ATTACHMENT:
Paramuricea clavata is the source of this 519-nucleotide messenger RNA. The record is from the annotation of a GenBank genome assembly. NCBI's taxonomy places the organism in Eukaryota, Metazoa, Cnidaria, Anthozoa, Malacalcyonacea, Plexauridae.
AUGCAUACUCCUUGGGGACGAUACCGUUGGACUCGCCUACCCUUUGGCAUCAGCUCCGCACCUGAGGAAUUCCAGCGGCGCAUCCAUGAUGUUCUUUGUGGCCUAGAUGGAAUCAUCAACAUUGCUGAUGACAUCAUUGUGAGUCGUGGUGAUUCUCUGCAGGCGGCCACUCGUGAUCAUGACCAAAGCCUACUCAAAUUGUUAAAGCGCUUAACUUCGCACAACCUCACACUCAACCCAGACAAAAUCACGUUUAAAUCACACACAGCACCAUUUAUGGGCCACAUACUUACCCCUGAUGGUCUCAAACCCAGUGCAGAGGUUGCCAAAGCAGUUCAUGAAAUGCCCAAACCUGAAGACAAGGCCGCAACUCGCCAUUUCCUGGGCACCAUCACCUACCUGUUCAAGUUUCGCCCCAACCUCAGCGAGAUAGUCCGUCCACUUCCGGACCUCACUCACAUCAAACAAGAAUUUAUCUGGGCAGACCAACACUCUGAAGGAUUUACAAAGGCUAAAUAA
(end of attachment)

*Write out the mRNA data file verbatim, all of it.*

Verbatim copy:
Paramuricea clavata is the source of this 519-nucleotide messenger RNA. The record is from the annotation of a GenBank genome assembly. NCBI's taxonomy places the organism in Eukaryota, Metazoa, Cnidaria, Anthozoa, Malacalcyonacea, Plexauridae.
AUGCAUACUCCUUGGGGACGAUACCGUUGGACUCGCCUACCCUUUGGCAUCAGCUCCGCACCUGAGGAAUUCCAGCGGCGCAUCCAUGAUGUUCUUUGUGGCCUAGAUGGAAUCAUCAACAUUGCUGAUGACAUCAUUGUGAGUCGUGGUGAUUCUCUGCAGGCGGCCACUCGUGAUCAUGACCAAAGCCUACUCAAAUUGUUAAAGCGCUUAACUUCGCACAACCUCACACUCAACCCAGACAAAAUCACGUUUAAAUCACACACAGCACCAUUUAUGGGCCACAUACUUACCCCUGAUGGUCUCAAACCCAGUGCAGAGGUUGCCAAAGCAGUUCAUGAAAUGCCCAAACCUGAAGACAAGGCCGCAACUCGCCAUUUCCUGGGCACCAUCACCUACCUGUUCAAGUUUCGCCCCAACCUCAGCGAGAUAGUCCGUCCACUUCCGGACCUCACUCACAUCAAACAAGAAUUUAUCUGGGCAGACCAACACUCUGAAGGAUUUACAAAGGCUAAAUAA